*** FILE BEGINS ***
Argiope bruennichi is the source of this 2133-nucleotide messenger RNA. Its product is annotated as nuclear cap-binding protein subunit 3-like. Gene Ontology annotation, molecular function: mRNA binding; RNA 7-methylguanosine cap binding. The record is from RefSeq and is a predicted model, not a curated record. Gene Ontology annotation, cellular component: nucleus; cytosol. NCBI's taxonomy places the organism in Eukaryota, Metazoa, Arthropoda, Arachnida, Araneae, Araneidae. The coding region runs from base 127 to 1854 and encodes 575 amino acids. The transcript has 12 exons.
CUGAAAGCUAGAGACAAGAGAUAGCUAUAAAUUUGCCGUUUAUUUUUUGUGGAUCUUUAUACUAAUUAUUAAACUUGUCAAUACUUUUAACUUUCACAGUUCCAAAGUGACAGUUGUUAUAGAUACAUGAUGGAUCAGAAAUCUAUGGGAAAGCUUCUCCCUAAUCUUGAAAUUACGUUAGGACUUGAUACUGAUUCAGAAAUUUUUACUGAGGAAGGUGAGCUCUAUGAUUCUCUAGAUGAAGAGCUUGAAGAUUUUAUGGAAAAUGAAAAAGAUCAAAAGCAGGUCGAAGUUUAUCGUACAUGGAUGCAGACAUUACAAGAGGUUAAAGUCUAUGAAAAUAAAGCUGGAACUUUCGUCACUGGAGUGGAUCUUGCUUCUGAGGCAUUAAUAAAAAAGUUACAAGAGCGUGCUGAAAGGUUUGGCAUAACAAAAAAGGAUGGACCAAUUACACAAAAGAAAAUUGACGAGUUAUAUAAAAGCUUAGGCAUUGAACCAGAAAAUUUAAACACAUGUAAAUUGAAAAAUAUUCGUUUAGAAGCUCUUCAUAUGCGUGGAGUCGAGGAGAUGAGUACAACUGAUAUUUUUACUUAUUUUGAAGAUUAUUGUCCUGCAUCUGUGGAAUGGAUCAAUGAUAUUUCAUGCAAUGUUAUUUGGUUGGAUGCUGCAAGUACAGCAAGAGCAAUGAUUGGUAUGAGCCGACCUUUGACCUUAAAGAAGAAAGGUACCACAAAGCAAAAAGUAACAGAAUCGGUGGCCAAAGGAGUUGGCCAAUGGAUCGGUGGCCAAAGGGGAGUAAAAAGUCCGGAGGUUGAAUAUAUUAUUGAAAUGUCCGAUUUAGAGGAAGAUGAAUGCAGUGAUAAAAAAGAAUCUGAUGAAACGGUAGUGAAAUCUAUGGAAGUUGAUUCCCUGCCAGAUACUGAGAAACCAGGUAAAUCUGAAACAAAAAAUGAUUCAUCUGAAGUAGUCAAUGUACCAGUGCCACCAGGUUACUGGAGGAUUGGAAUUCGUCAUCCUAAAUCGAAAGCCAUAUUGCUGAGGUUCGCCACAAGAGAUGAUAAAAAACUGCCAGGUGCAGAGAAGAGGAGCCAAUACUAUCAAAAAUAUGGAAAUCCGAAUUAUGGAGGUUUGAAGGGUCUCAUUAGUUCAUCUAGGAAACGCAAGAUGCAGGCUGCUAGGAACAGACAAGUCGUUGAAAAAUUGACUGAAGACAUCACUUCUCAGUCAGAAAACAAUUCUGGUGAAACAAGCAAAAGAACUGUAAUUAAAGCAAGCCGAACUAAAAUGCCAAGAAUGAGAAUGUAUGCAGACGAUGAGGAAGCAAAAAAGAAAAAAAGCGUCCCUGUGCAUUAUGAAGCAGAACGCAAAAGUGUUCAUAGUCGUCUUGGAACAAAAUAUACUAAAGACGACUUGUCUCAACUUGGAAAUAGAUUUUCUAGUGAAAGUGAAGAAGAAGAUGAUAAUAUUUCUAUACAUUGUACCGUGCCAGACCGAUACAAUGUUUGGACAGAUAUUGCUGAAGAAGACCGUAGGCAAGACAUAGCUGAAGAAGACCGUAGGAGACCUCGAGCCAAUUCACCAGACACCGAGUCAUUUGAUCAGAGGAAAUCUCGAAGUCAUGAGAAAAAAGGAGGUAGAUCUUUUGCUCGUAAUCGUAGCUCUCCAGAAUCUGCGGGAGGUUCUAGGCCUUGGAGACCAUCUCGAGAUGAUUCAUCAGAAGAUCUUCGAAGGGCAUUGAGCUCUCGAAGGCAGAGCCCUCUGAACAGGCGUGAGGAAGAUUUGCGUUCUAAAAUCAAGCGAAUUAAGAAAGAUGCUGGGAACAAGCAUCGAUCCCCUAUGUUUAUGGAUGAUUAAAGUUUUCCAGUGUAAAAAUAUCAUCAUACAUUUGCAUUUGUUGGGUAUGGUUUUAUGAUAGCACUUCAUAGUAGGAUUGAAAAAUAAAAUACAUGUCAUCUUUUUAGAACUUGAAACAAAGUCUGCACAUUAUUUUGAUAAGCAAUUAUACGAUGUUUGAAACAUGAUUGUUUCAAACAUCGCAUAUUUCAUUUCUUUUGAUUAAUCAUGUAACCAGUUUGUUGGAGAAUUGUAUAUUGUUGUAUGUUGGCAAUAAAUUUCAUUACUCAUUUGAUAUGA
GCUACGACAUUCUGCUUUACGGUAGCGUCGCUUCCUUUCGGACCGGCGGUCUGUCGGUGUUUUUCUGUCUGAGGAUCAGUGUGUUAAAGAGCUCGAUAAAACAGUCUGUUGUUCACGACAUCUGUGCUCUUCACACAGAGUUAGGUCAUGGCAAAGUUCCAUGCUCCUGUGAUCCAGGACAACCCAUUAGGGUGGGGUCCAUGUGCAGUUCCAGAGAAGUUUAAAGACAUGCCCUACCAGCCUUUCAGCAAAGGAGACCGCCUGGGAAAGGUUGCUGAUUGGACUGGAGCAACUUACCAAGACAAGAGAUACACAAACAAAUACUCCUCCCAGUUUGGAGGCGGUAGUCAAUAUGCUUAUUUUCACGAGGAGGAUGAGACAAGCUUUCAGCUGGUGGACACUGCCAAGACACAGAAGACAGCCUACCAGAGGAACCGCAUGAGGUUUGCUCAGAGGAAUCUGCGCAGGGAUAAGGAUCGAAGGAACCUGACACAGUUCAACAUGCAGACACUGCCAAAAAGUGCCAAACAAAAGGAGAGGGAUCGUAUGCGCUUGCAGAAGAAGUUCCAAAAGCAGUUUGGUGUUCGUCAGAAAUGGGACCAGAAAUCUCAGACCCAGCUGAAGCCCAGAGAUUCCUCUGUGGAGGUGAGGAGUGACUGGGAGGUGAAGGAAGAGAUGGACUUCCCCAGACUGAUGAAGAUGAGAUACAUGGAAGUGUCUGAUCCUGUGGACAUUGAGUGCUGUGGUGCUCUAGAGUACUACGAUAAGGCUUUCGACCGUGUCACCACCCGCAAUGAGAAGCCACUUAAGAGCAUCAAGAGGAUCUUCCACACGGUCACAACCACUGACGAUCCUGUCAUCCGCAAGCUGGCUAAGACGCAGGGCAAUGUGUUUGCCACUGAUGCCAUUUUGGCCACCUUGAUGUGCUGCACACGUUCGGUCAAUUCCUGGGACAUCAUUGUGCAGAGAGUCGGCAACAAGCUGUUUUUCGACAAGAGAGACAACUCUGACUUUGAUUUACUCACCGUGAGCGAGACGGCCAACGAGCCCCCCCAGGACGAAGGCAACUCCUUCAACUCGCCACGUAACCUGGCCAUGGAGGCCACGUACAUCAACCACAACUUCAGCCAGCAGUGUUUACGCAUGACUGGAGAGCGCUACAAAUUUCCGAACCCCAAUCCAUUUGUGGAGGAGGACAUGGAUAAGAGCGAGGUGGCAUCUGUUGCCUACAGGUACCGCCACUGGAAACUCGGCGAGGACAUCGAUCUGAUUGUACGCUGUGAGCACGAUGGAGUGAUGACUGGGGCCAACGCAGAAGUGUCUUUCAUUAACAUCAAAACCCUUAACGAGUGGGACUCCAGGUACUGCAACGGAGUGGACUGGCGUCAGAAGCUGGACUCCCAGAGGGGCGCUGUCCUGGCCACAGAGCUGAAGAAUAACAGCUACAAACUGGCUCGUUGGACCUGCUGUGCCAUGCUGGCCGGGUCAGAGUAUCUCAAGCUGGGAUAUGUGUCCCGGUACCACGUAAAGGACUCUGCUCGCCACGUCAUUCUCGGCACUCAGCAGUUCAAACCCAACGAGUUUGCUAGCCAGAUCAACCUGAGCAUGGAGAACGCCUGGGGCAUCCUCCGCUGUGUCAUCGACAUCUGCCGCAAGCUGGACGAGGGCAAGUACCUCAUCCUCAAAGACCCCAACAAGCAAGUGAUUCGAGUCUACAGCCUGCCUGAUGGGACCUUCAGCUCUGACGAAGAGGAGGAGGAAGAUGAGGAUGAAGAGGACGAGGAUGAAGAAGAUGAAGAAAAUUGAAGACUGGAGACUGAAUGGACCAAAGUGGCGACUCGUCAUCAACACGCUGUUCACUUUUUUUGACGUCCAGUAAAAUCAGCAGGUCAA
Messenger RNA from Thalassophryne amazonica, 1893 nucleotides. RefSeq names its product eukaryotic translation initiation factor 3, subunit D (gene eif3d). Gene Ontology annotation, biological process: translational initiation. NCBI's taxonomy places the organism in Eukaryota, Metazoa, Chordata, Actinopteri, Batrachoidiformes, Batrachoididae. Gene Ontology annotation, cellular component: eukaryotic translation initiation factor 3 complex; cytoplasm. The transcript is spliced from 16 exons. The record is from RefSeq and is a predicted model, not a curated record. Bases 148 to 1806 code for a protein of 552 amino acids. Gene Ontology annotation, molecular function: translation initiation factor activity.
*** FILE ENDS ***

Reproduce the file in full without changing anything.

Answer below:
Argiope bruennichi is the source of this 2133-nucleotide messenger RNA. Its product is annotated as nuclear cap-binding protein subunit 3-like. Gene Ontology annotation, molecular function: mRNA binding; RNA 7-methylguanosine cap binding. The record is from RefSeq and is a predicted model, not a curated record. Gene Ontology annotation, cellular component: nucleus; cytosol. NCBI's taxonomy places the organism in Eukaryota, Metazoa, Arthropoda, Arachnida, Araneae, Araneidae. The coding region runs from base 127 to 1854 and encodes 575 amino acids. The transcript has 12 exons.
CUGAAAGCUAGAGACAAGAGAUAGCUAUAAAUUUGCCGUUUAUUUUUUGUGGAUCUUUAUACUAAUUAUUAAACUUGUCAAUACUUUUAACUUUCACAGUUCCAAAGUGACAGUUGUUAUAGAUACAUGAUGGAUCAGAAAUCUAUGGGAAAGCUUCUCCCUAAUCUUGAAAUUACGUUAGGACUUGAUACUGAUUCAGAAAUUUUUACUGAGGAAGGUGAGCUCUAUGAUUCUCUAGAUGAAGAGCUUGAAGAUUUUAUGGAAAAUGAAAAAGAUCAAAAGCAGGUCGAAGUUUAUCGUACAUGGAUGCAGACAUUACAAGAGGUUAAAGUCUAUGAAAAUAAAGCUGGAACUUUCGUCACUGGAGUGGAUCUUGCUUCUGAGGCAUUAAUAAAAAAGUUACAAGAGCGUGCUGAAAGGUUUGGCAUAACAAAAAAGGAUGGACCAAUUACACAAAAGAAAAUUGACGAGUUAUAUAAAAGCUUAGGCAUUGAACCAGAAAAUUUAAACACAUGUAAAUUGAAAAAUAUUCGUUUAGAAGCUCUUCAUAUGCGUGGAGUCGAGGAGAUGAGUACAACUGAUAUUUUUACUUAUUUUGAAGAUUAUUGUCCUGCAUCUGUGGAAUGGAUCAAUGAUAUUUCAUGCAAUGUUAUUUGGUUGGAUGCUGCAAGUACAGCAAGAGCAAUGAUUGGUAUGAGCCGACCUUUGACCUUAAAGAAGAAAGGUACCACAAAGCAAAAAGUAACAGAAUCGGUGGCCAAAGGAGUUGGCCAAUGGAUCGGUGGCCAAAGGGGAGUAAAAAGUCCGGAGGUUGAAUAUAUUAUUGAAAUGUCCGAUUUAGAGGAAGAUGAAUGCAGUGAUAAAAAAGAAUCUGAUGAAACGGUAGUGAAAUCUAUGGAAGUUGAUUCCCUGCCAGAUACUGAGAAACCAGGUAAAUCUGAAACAAAAAAUGAUUCAUCUGAAGUAGUCAAUGUACCAGUGCCACCAGGUUACUGGAGGAUUGGAAUUCGUCAUCCUAAAUCGAAAGCCAUAUUGCUGAGGUUCGCCACAAGAGAUGAUAAAAAACUGCCAGGUGCAGAGAAGAGGAGCCAAUACUAUCAAAAAUAUGGAAAUCCGAAUUAUGGAGGUUUGAAGGGUCUCAUUAGUUCAUCUAGGAAACGCAAGAUGCAGGCUGCUAGGAACAGACAAGUCGUUGAAAAAUUGACUGAAGACAUCACUUCUCAGUCAGAAAACAAUUCUGGUGAAACAAGCAAAAGAACUGUAAUUAAAGCAAGCCGAACUAAAAUGCCAAGAAUGAGAAUGUAUGCAGACGAUGAGGAAGCAAAAAAGAAAAAAAGCGUCCCUGUGCAUUAUGAAGCAGAACGCAAAAGUGUUCAUAGUCGUCUUGGAACAAAAUAUACUAAAGACGACUUGUCUCAACUUGGAAAUAGAUUUUCUAGUGAAAGUGAAGAAGAAGAUGAUAAUAUUUCUAUACAUUGUACCGUGCCAGACCGAUACAAUGUUUGGACAGAUAUUGCUGAAGAAGACCGUAGGCAAGACAUAGCUGAAGAAGACCGUAGGAGACCUCGAGCCAAUUCACCAGACACCGAGUCAUUUGAUCAGAGGAAAUCUCGAAGUCAUGAGAAAAAAGGAGGUAGAUCUUUUGCUCGUAAUCGUAGCUCUCCAGAAUCUGCGGGAGGUUCUAGGCCUUGGAGACCAUCUCGAGAUGAUUCAUCAGAAGAUCUUCGAAGGGCAUUGAGCUCUCGAAGGCAGAGCCCUCUGAACAGGCGUGAGGAAGAUUUGCGUUCUAAAAUCAAGCGAAUUAAGAAAGAUGCUGGGAACAAGCAUCGAUCCCCUAUGUUUAUGGAUGAUUAAAGUUUUCCAGUGUAAAAAUAUCAUCAUACAUUUGCAUUUGUUGGGUAUGGUUUUAUGAUAGCACUUCAUAGUAGGAUUGAAAAAUAAAAUACAUGUCAUCUUUUUAGAACUUGAAACAAAGUCUGCACAUUAUUUUGAUAAGCAAUUAUACGAUGUUUGAAACAUGAUUGUUUCAAACAUCGCAUAUUUCAUUUCUUUUGAUUAAUCAUGUAACCAGUUUGUUGGAGAAUUGUAUAUUGUUGUAUGUUGGCAAUAAAUUUCAUUACUCAUUUGAUAUGA
GCUACGACAUUCUGCUUUACGGUAGCGUCGCUUCCUUUCGGACCGGCGGUCUGUCGGUGUUUUUCUGUCUGAGGAUCAGUGUGUUAAAGAGCUCGAUAAAACAGUCUGUUGUUCACGACAUCUGUGCUCUUCACACAGAGUUAGGUCAUGGCAAAGUUCCAUGCUCCUGUGAUCCAGGACAACCCAUUAGGGUGGGGUCCAUGUGCAGUUCCAGAGAAGUUUAAAGACAUGCCCUACCAGCCUUUCAGCAAAGGAGACCGCCUGGGAAAGGUUGCUGAUUGGACUGGAGCAACUUACCAAGACAAGAGAUACACAAACAAAUACUCCUCCCAGUUUGGAGGCGGUAGUCAAUAUGCUUAUUUUCACGAGGAGGAUGAGACAAGCUUUCAGCUGGUGGACACUGCCAAGACACAGAAGACAGCCUACCAGAGGAACCGCAUGAGGUUUGCUCAGAGGAAUCUGCGCAGGGAUAAGGAUCGAAGGAACCUGACACAGUUCAACAUGCAGACACUGCCAAAAAGUGCCAAACAAAAGGAGAGGGAUCGUAUGCGCUUGCAGAAGAAGUUCCAAAAGCAGUUUGGUGUUCGUCAGAAAUGGGACCAGAAAUCUCAGACCCAGCUGAAGCCCAGAGAUUCCUCUGUGGAGGUGAGGAGUGACUGGGAGGUGAAGGAAGAGAUGGACUUCCCCAGACUGAUGAAGAUGAGAUACAUGGAAGUGUCUGAUCCUGUGGACAUUGAGUGCUGUGGUGCUCUAGAGUACUACGAUAAGGCUUUCGACCGUGUCACCACCCGCAAUGAGAAGCCACUUAAGAGCAUCAAGAGGAUCUUCCACACGGUCACAACCACUGACGAUCCUGUCAUCCGCAAGCUGGCUAAGACGCAGGGCAAUGUGUUUGCCACUGAUGCCAUUUUGGCCACCUUGAUGUGCUGCACACGUUCGGUCAAUUCCUGGGACAUCAUUGUGCAGAGAGUCGGCAACAAGCUGUUUUUCGACAAGAGAGACAACUCUGACUUUGAUUUACUCACCGUGAGCGAGACGGCCAACGAGCCCCCCCAGGACGAAGGCAACUCCUUCAACUCGCCACGUAACCUGGCCAUGGAGGCCACGUACAUCAACCACAACUUCAGCCAGCAGUGUUUACGCAUGACUGGAGAGCGCUACAAAUUUCCGAACCCCAAUCCAUUUGUGGAGGAGGACAUGGAUAAGAGCGAGGUGGCAUCUGUUGCCUACAGGUACCGCCACUGGAAACUCGGCGAGGACAUCGAUCUGAUUGUACGCUGUGAGCACGAUGGAGUGAUGACUGGGGCCAACGCAGAAGUGUCUUUCAUUAACAUCAAAACCCUUAACGAGUGGGACUCCAGGUACUGCAACGGAGUGGACUGGCGUCAGAAGCUGGACUCCCAGAGGGGCGCUGUCCUGGCCACAGAGCUGAAGAAUAACAGCUACAAACUGGCUCGUUGGACCUGCUGUGCCAUGCUGGCCGGGUCAGAGUAUCUCAAGCUGGGAUAUGUGUCCCGGUACCACGUAAAGGACUCUGCUCGCCACGUCAUUCUCGGCACUCAGCAGUUCAAACCCAACGAGUUUGCUAGCCAGAUCAACCUGAGCAUGGAGAACGCCUGGGGCAUCCUCCGCUGUGUCAUCGACAUCUGCCGCAAGCUGGACGAGGGCAAGUACCUCAUCCUCAAAGACCCCAACAAGCAAGUGAUUCGAGUCUACAGCCUGCCUGAUGGGACCUUCAGCUCUGACGAAGAGGAGGAGGAAGAUGAGGAUGAAGAGGACGAGGAUGAAGAAGAUGAAGAAAAUUGAAGACUGGAGACUGAAUGGACCAAAGUGGCGACUCGUCAUCAACACGCUGUUCACUUUUUUUGACGUCCAGUAAAAUCAGCAGGUCAA
Messenger RNA from Thalassophryne amazonica, 1893 nucleotides. RefSeq names its product eukaryotic translation initiation factor 3, subunit D (gene eif3d). Gene Ontology annotation, biological process: translational initiation. NCBI's taxonomy places the organism in Eukaryota, Metazoa, Chordata, Actinopteri, Batrachoidiformes, Batrachoididae. Gene Ontology annotation, cellular component: eukaryotic translation initiation factor 3 complex; cytoplasm. The transcript is spliced from 16 exons. The record is from RefSeq and is a predicted model, not a curated record. Bases 148 to 1806 code for a protein of 552 amino acids. Gene Ontology annotation, molecular function: translation initiation factor activity.